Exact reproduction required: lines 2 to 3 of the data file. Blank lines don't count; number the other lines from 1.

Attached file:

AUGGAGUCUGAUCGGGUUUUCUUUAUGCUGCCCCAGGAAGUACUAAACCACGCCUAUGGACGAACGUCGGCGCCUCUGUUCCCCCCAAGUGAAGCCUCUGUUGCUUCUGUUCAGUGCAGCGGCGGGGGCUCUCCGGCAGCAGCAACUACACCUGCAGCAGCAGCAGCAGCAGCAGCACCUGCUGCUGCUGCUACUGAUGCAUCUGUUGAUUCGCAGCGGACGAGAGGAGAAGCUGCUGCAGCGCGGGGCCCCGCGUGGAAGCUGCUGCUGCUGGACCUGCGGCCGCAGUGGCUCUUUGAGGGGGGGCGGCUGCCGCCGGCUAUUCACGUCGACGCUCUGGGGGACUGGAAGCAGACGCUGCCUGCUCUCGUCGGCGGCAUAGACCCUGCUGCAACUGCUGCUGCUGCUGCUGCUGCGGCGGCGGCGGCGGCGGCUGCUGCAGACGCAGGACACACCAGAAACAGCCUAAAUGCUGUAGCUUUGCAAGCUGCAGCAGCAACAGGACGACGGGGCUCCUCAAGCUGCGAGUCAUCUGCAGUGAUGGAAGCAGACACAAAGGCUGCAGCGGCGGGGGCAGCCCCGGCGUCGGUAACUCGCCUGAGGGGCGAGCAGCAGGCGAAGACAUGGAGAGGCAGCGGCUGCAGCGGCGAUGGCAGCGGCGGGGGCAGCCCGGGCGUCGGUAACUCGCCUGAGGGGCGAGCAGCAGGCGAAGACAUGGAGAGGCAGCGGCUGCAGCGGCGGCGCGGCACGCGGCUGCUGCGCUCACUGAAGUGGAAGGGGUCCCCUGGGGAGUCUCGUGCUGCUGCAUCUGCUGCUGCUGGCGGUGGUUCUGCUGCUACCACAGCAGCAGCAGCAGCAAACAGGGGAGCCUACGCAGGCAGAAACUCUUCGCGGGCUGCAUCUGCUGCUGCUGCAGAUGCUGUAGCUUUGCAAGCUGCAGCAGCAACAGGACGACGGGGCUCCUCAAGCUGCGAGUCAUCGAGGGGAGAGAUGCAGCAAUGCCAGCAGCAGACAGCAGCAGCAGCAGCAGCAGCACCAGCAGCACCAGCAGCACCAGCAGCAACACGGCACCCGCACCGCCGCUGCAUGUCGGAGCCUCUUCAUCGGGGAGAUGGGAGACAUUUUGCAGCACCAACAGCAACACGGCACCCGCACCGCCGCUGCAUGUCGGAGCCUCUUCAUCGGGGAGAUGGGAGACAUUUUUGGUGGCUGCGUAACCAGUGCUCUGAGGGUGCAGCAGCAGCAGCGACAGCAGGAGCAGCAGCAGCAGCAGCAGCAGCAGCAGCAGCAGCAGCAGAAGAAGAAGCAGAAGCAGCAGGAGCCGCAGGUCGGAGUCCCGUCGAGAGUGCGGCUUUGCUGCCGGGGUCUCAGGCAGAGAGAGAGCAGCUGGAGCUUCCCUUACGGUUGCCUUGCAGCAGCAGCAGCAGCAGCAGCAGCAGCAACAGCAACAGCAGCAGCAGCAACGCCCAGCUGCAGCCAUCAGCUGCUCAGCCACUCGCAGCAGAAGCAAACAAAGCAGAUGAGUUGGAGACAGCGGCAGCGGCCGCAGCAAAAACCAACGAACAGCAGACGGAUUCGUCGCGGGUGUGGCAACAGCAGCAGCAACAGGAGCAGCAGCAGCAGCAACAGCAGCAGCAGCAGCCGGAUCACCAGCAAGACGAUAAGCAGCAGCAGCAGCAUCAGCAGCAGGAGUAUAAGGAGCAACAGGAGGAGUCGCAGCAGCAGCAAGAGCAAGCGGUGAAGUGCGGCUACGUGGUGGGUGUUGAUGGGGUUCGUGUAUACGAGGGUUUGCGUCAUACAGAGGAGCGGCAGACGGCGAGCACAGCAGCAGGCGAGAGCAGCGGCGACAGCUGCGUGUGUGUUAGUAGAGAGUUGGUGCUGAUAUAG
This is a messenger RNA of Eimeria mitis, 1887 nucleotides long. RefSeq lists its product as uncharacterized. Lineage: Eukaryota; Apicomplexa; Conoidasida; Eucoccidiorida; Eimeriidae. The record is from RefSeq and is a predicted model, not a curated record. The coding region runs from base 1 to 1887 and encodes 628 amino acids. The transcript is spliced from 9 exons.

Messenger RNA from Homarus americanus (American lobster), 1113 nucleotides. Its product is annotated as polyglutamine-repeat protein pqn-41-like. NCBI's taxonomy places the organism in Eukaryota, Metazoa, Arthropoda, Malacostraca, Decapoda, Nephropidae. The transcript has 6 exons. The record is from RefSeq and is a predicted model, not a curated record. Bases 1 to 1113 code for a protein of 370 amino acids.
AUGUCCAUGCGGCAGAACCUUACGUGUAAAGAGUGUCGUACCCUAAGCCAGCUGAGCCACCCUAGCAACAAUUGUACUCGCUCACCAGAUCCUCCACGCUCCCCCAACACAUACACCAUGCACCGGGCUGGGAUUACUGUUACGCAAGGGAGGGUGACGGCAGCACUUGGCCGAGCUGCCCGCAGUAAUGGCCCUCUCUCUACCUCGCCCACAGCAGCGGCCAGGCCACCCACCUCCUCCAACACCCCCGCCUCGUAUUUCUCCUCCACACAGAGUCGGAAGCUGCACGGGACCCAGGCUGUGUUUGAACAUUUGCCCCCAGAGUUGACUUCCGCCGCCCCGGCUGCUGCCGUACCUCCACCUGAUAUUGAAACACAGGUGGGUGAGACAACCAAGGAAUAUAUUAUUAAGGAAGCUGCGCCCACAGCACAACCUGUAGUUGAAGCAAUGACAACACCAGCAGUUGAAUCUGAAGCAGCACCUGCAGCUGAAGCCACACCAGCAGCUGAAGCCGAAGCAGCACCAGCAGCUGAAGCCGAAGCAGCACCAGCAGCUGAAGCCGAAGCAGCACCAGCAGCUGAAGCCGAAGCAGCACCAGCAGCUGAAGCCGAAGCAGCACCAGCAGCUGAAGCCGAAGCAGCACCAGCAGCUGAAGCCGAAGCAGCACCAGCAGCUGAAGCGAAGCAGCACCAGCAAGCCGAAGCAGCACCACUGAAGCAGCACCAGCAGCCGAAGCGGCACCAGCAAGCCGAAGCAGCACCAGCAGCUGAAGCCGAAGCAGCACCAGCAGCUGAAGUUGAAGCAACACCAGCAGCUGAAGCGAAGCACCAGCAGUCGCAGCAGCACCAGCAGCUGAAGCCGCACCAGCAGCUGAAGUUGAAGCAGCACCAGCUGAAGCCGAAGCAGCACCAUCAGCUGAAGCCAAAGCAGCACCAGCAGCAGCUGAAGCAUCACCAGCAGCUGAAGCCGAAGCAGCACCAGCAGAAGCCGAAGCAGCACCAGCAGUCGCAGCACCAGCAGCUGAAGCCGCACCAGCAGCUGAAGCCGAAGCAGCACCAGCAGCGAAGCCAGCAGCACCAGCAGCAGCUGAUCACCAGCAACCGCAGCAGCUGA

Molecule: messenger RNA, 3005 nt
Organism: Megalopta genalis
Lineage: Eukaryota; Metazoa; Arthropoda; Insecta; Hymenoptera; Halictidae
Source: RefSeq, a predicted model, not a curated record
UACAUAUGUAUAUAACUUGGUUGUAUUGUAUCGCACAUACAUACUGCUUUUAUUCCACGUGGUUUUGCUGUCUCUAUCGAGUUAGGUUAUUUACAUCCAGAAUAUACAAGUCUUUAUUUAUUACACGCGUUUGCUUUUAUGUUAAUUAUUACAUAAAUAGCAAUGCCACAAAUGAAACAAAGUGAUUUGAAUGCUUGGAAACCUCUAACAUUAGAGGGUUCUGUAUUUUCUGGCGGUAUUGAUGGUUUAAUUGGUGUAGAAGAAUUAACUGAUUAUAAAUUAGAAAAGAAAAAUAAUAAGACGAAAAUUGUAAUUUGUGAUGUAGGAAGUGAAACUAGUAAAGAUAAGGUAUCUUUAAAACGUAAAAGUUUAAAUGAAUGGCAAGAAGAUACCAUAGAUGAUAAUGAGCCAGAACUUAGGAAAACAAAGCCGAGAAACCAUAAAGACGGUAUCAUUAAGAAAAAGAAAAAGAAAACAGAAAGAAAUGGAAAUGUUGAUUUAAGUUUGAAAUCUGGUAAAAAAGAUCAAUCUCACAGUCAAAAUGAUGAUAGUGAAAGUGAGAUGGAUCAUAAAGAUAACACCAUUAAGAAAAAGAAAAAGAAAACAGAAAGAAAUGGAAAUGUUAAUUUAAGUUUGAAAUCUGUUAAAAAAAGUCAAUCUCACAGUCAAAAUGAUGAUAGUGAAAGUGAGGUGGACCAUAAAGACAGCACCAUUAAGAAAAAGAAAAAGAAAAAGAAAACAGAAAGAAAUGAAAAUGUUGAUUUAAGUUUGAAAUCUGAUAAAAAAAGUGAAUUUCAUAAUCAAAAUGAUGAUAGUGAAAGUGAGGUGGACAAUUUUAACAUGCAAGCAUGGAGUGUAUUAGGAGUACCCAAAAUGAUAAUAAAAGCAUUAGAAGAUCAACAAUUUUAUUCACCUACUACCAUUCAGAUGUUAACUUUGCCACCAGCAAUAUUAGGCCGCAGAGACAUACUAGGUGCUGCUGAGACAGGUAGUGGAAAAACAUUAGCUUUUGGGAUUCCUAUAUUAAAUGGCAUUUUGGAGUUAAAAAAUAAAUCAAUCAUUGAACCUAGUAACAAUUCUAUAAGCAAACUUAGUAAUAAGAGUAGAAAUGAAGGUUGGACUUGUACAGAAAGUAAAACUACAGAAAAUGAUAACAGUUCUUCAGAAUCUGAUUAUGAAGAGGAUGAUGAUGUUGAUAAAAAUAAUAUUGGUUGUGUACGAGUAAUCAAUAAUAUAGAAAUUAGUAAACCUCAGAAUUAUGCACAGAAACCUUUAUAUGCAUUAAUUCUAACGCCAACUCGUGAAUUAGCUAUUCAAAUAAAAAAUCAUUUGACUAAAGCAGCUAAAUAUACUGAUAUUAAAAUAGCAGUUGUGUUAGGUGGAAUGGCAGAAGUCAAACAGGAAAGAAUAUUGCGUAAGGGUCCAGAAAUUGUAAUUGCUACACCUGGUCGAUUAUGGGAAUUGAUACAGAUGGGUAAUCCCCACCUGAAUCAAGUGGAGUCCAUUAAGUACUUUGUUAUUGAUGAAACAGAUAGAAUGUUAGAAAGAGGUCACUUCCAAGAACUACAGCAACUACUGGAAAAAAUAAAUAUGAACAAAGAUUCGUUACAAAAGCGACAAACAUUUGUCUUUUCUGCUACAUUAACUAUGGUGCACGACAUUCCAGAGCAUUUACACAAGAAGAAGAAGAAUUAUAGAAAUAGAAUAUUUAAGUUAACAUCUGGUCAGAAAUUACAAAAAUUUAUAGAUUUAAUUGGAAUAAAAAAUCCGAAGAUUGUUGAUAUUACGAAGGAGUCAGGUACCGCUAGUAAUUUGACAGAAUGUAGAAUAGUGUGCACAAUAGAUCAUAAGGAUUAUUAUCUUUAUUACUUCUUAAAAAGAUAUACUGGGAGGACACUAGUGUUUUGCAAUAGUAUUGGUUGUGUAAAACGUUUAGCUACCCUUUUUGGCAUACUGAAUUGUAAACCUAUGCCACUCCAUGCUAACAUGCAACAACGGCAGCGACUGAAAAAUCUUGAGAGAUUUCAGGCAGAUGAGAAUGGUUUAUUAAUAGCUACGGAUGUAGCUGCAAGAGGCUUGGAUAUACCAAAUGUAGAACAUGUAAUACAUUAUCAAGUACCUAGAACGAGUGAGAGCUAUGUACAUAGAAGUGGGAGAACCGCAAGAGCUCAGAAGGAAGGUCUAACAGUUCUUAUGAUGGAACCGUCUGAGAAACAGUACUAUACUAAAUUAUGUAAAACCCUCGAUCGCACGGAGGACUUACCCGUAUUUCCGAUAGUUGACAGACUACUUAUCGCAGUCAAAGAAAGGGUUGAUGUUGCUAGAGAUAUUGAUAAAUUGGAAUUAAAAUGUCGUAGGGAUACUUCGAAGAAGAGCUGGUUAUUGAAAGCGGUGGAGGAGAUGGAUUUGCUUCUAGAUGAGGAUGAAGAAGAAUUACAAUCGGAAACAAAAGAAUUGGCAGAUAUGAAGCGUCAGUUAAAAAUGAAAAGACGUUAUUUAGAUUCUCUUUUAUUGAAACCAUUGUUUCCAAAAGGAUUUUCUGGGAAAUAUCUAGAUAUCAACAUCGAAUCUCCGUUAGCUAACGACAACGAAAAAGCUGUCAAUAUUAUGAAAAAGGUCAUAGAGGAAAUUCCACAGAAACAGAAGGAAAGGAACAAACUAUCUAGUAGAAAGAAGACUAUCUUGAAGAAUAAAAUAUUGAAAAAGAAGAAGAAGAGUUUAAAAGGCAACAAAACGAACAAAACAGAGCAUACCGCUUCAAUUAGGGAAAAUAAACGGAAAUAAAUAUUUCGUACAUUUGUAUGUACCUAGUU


This is a messenger RNA of Eimeria mitis, 1887 nucleotides long. RefSeq lists its product as uncharacterized. Lineage: Eukaryota; Apicomplexa; Conoidasida; Eucoccidiorida; Eimeriidae. The record is from RefSeq and is a predicted model, not a curated record. The coding region runs from base 1 to 1887 and encodes 628 amino acids. The transcript is spliced from 9 exons.

Messenger RNA from Homarus americanus (American lobster), 1113 nucleotides. Its product is annotated as polyglutamine-repeat protein pqn-41-like. NCBI's taxonomy places the organism in Eukaryota, Metazoa, Arthropoda, Malacostraca, Decapoda, Nephropidae. The transcript has 6 exons. The record is from RefSeq and is a predicted model, not a curated record. Bases 1 to 1113 code for a protein of 370 amino acids.